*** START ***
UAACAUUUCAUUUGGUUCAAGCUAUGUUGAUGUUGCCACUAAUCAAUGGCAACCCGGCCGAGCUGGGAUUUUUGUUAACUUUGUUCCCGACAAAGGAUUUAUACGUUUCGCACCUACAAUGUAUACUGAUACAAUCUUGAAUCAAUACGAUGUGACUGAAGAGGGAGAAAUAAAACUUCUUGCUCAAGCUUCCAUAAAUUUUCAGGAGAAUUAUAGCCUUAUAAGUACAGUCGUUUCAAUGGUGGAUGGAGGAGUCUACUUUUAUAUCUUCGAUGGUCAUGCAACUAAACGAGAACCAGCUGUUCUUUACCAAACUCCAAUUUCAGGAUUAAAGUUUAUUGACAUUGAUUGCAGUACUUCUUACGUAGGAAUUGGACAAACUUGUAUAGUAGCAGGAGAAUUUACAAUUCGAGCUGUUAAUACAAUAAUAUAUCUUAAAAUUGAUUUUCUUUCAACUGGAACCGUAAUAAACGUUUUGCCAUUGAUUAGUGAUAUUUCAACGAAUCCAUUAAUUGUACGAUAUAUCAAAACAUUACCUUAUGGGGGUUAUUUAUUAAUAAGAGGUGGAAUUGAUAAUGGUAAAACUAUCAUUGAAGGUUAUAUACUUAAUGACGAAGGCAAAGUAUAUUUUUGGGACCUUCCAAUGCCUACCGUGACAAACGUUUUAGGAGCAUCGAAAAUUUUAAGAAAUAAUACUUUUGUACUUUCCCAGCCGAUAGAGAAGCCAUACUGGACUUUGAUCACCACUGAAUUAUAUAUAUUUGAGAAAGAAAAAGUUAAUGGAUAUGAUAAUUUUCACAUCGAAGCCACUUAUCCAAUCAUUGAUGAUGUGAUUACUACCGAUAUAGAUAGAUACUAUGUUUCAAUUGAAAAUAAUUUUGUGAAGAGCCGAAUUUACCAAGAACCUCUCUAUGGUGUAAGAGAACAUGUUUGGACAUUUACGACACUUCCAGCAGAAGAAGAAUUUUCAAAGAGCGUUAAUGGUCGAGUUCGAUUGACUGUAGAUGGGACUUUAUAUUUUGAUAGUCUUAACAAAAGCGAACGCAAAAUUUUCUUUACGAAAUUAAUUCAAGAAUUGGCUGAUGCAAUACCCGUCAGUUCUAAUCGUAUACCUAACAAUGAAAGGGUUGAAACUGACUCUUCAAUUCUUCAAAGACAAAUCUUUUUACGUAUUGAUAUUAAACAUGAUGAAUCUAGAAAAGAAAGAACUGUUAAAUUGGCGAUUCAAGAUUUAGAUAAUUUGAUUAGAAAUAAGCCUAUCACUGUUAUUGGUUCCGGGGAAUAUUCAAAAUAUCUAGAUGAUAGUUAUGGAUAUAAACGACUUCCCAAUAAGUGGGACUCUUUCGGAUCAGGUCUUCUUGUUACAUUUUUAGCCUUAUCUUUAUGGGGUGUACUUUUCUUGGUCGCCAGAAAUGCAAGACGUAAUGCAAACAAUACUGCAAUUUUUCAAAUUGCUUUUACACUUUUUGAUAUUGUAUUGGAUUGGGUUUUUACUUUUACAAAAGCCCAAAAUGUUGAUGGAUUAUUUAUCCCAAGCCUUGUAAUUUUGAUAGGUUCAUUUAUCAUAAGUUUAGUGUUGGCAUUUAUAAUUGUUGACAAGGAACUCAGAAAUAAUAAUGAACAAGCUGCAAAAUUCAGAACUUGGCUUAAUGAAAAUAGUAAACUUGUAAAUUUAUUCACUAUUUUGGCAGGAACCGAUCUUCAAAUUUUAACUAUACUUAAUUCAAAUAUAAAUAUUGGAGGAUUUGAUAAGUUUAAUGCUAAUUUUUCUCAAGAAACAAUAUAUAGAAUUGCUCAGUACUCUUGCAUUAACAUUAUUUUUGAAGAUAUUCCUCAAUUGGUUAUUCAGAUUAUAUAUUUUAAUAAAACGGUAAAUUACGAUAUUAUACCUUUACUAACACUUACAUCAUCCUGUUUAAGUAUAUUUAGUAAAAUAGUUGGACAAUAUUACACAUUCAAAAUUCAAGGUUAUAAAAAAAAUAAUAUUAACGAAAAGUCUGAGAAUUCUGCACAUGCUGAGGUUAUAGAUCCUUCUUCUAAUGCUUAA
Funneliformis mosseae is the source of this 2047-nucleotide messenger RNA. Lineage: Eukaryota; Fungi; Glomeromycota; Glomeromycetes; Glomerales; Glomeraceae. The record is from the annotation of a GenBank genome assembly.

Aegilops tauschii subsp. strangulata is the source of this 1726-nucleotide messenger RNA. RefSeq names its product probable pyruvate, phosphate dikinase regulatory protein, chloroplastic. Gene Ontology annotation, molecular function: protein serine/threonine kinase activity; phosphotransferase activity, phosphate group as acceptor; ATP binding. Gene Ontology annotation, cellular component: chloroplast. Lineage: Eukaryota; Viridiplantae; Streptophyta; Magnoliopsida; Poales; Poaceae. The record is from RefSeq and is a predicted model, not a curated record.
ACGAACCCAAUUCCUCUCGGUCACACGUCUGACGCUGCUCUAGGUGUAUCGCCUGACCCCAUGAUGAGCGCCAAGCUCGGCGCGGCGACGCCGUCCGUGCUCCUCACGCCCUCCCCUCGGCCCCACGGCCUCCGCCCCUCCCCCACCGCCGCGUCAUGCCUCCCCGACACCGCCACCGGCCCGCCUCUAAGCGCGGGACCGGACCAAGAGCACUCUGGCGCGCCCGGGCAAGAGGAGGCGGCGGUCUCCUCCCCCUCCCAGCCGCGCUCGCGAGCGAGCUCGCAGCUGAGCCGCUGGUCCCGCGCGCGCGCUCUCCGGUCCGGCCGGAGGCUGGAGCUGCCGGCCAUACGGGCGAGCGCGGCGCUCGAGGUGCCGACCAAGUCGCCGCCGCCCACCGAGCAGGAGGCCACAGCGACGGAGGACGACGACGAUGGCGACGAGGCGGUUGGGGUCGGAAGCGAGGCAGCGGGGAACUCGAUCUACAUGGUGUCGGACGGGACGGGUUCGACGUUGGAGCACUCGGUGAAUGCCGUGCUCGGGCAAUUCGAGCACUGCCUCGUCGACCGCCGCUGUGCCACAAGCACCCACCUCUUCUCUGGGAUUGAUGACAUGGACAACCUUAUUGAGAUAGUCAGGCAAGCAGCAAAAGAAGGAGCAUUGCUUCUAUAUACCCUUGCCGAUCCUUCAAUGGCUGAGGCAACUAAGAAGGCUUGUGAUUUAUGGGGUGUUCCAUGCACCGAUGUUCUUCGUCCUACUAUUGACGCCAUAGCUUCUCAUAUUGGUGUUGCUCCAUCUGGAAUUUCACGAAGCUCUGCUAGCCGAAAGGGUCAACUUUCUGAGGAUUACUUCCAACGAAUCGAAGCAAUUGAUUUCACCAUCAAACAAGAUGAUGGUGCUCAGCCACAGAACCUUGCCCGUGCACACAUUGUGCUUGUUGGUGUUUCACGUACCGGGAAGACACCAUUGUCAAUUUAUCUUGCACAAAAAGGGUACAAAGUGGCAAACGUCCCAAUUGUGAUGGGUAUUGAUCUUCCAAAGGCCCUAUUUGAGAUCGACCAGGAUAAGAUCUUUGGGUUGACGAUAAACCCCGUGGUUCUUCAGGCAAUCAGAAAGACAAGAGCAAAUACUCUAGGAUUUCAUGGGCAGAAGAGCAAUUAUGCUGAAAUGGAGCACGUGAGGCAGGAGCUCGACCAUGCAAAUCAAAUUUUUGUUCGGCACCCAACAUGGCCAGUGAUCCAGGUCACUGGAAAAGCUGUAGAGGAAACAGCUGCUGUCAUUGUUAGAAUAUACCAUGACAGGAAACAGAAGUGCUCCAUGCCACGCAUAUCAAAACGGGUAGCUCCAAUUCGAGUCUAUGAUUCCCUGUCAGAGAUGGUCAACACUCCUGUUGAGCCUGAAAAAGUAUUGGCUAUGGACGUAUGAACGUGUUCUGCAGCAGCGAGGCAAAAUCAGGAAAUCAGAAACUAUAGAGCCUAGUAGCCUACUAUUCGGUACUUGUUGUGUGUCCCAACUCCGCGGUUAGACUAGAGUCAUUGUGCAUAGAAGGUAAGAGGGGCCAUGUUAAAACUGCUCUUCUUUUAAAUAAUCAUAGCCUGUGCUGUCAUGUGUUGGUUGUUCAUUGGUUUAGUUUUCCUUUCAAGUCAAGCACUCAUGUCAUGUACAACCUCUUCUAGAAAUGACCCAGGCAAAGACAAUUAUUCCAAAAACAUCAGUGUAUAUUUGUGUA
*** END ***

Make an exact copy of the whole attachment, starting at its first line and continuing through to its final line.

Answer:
UAACAUUUCAUUUGGUUCAAGCUAUGUUGAUGUUGCCACUAAUCAAUGGCAACCCGGCCGAGCUGGGAUUUUUGUUAACUUUGUUCCCGACAAAGGAUUUAUACGUUUCGCACCUACAAUGUAUACUGAUACAAUCUUGAAUCAAUACGAUGUGACUGAAGAGGGAGAAAUAAAACUUCUUGCUCAAGCUUCCAUAAAUUUUCAGGAGAAUUAUAGCCUUAUAAGUACAGUCGUUUCAAUGGUGGAUGGAGGAGUCUACUUUUAUAUCUUCGAUGGUCAUGCAACUAAACGAGAACCAGCUGUUCUUUACCAAACUCCAAUUUCAGGAUUAAAGUUUAUUGACAUUGAUUGCAGUACUUCUUACGUAGGAAUUGGACAAACUUGUAUAGUAGCAGGAGAAUUUACAAUUCGAGCUGUUAAUACAAUAAUAUAUCUUAAAAUUGAUUUUCUUUCAACUGGAACCGUAAUAAACGUUUUGCCAUUGAUUAGUGAUAUUUCAACGAAUCCAUUAAUUGUACGAUAUAUCAAAACAUUACCUUAUGGGGGUUAUUUAUUAAUAAGAGGUGGAAUUGAUAAUGGUAAAACUAUCAUUGAAGGUUAUAUACUUAAUGACGAAGGCAAAGUAUAUUUUUGGGACCUUCCAAUGCCUACCGUGACAAACGUUUUAGGAGCAUCGAAAAUUUUAAGAAAUAAUACUUUUGUACUUUCCCAGCCGAUAGAGAAGCCAUACUGGACUUUGAUCACCACUGAAUUAUAUAUAUUUGAGAAAGAAAAAGUUAAUGGAUAUGAUAAUUUUCACAUCGAAGCCACUUAUCCAAUCAUUGAUGAUGUGAUUACUACCGAUAUAGAUAGAUACUAUGUUUCAAUUGAAAAUAAUUUUGUGAAGAGCCGAAUUUACCAAGAACCUCUCUAUGGUGUAAGAGAACAUGUUUGGACAUUUACGACACUUCCAGCAGAAGAAGAAUUUUCAAAGAGCGUUAAUGGUCGAGUUCGAUUGACUGUAGAUGGGACUUUAUAUUUUGAUAGUCUUAACAAAAGCGAACGCAAAAUUUUCUUUACGAAAUUAAUUCAAGAAUUGGCUGAUGCAAUACCCGUCAGUUCUAAUCGUAUACCUAACAAUGAAAGGGUUGAAACUGACUCUUCAAUUCUUCAAAGACAAAUCUUUUUACGUAUUGAUAUUAAACAUGAUGAAUCUAGAAAAGAAAGAACUGUUAAAUUGGCGAUUCAAGAUUUAGAUAAUUUGAUUAGAAAUAAGCCUAUCACUGUUAUUGGUUCCGGGGAAUAUUCAAAAUAUCUAGAUGAUAGUUAUGGAUAUAAACGACUUCCCAAUAAGUGGGACUCUUUCGGAUCAGGUCUUCUUGUUACAUUUUUAGCCUUAUCUUUAUGGGGUGUACUUUUCUUGGUCGCCAGAAAUGCAAGACGUAAUGCAAACAAUACUGCAAUUUUUCAAAUUGCUUUUACACUUUUUGAUAUUGUAUUGGAUUGGGUUUUUACUUUUACAAAAGCCCAAAAUGUUGAUGGAUUAUUUAUCCCAAGCCUUGUAAUUUUGAUAGGUUCAUUUAUCAUAAGUUUAGUGUUGGCAUUUAUAAUUGUUGACAAGGAACUCAGAAAUAAUAAUGAACAAGCUGCAAAAUUCAGAACUUGGCUUAAUGAAAAUAGUAAACUUGUAAAUUUAUUCACUAUUUUGGCAGGAACCGAUCUUCAAAUUUUAACUAUACUUAAUUCAAAUAUAAAUAUUGGAGGAUUUGAUAAGUUUAAUGCUAAUUUUUCUCAAGAAACAAUAUAUAGAAUUGCUCAGUACUCUUGCAUUAACAUUAUUUUUGAAGAUAUUCCUCAAUUGGUUAUUCAGAUUAUAUAUUUUAAUAAAACGGUAAAUUACGAUAUUAUACCUUUACUAACACUUACAUCAUCCUGUUUAAGUAUAUUUAGUAAAAUAGUUGGACAAUAUUACACAUUCAAAAUUCAAGGUUAUAAAAAAAAUAAUAUUAACGAAAAGUCUGAGAAUUCUGCACAUGCUGAGGUUAUAGAUCCUUCUUCUAAUGCUUAA
Funneliformis mosseae is the source of this 2047-nucleotide messenger RNA. Lineage: Eukaryota; Fungi; Glomeromycota; Glomeromycetes; Glomerales; Glomeraceae. The record is from the annotation of a GenBank genome assembly.

Aegilops tauschii subsp. strangulata is the source of this 1726-nucleotide messenger RNA. RefSeq names its product probable pyruvate, phosphate dikinase regulatory protein, chloroplastic. Gene Ontology annotation, molecular function: protein serine/threonine kinase activity; phosphotransferase activity, phosphate group as acceptor; ATP binding. Gene Ontology annotation, cellular component: chloroplast. Lineage: Eukaryota; Viridiplantae; Streptophyta; Magnoliopsida; Poales; Poaceae. The record is from RefSeq and is a predicted model, not a curated record.
ACGAACCCAAUUCCUCUCGGUCACACGUCUGACGCUGCUCUAGGUGUAUCGCCUGACCCCAUGAUGAGCGCCAAGCUCGGCGCGGCGACGCCGUCCGUGCUCCUCACGCCCUCCCCUCGGCCCCACGGCCUCCGCCCCUCCCCCACCGCCGCGUCAUGCCUCCCCGACACCGCCACCGGCCCGCCUCUAAGCGCGGGACCGGACCAAGAGCACUCUGGCGCGCCCGGGCAAGAGGAGGCGGCGGUCUCCUCCCCCUCCCAGCCGCGCUCGCGAGCGAGCUCGCAGCUGAGCCGCUGGUCCCGCGCGCGCGCUCUCCGGUCCGGCCGGAGGCUGGAGCUGCCGGCCAUACGGGCGAGCGCGGCGCUCGAGGUGCCGACCAAGUCGCCGCCGCCCACCGAGCAGGAGGCCACAGCGACGGAGGACGACGACGAUGGCGACGAGGCGGUUGGGGUCGGAAGCGAGGCAGCGGGGAACUCGAUCUACAUGGUGUCGGACGGGACGGGUUCGACGUUGGAGCACUCGGUGAAUGCCGUGCUCGGGCAAUUCGAGCACUGCCUCGUCGACCGCCGCUGUGCCACAAGCACCCACCUCUUCUCUGGGAUUGAUGACAUGGACAACCUUAUUGAGAUAGUCAGGCAAGCAGCAAAAGAAGGAGCAUUGCUUCUAUAUACCCUUGCCGAUCCUUCAAUGGCUGAGGCAACUAAGAAGGCUUGUGAUUUAUGGGGUGUUCCAUGCACCGAUGUUCUUCGUCCUACUAUUGACGCCAUAGCUUCUCAUAUUGGUGUUGCUCCAUCUGGAAUUUCACGAAGCUCUGCUAGCCGAAAGGGUCAACUUUCUGAGGAUUACUUCCAACGAAUCGAAGCAAUUGAUUUCACCAUCAAACAAGAUGAUGGUGCUCAGCCACAGAACCUUGCCCGUGCACACAUUGUGCUUGUUGGUGUUUCACGUACCGGGAAGACACCAUUGUCAAUUUAUCUUGCACAAAAAGGGUACAAAGUGGCAAACGUCCCAAUUGUGAUGGGUAUUGAUCUUCCAAAGGCCCUAUUUGAGAUCGACCAGGAUAAGAUCUUUGGGUUGACGAUAAACCCCGUGGUUCUUCAGGCAAUCAGAAAGACAAGAGCAAAUACUCUAGGAUUUCAUGGGCAGAAGAGCAAUUAUGCUGAAAUGGAGCACGUGAGGCAGGAGCUCGACCAUGCAAAUCAAAUUUUUGUUCGGCACCCAACAUGGCCAGUGAUCCAGGUCACUGGAAAAGCUGUAGAGGAAACAGCUGCUGUCAUUGUUAGAAUAUACCAUGACAGGAAACAGAAGUGCUCCAUGCCACGCAUAUCAAAACGGGUAGCUCCAAUUCGAGUCUAUGAUUCCCUGUCAGAGAUGGUCAACACUCCUGUUGAGCCUGAAAAAGUAUUGGCUAUGGACGUAUGAACGUGUUCUGCAGCAGCGAGGCAAAAUCAGGAAAUCAGAAACUAUAGAGCCUAGUAGCCUACUAUUCGGUACUUGUUGUGUGUCCCAACUCCGCGGUUAGACUAGAGUCAUUGUGCAUAGAAGGUAAGAGGGGCCAUGUUAAAACUGCUCUUCUUUUAAAUAAUCAUAGCCUGUGCUGUCAUGUGUUGGUUGUUCAUUGGUUUAGUUUUCCUUUCAAGUCAAGCACUCAUGUCAUGUACAACCUCUUCUAGAAAUGACCCAGGCAAAGACAAUUAUUCCAAAAACAUCAGUGUAUAUUUGUGUA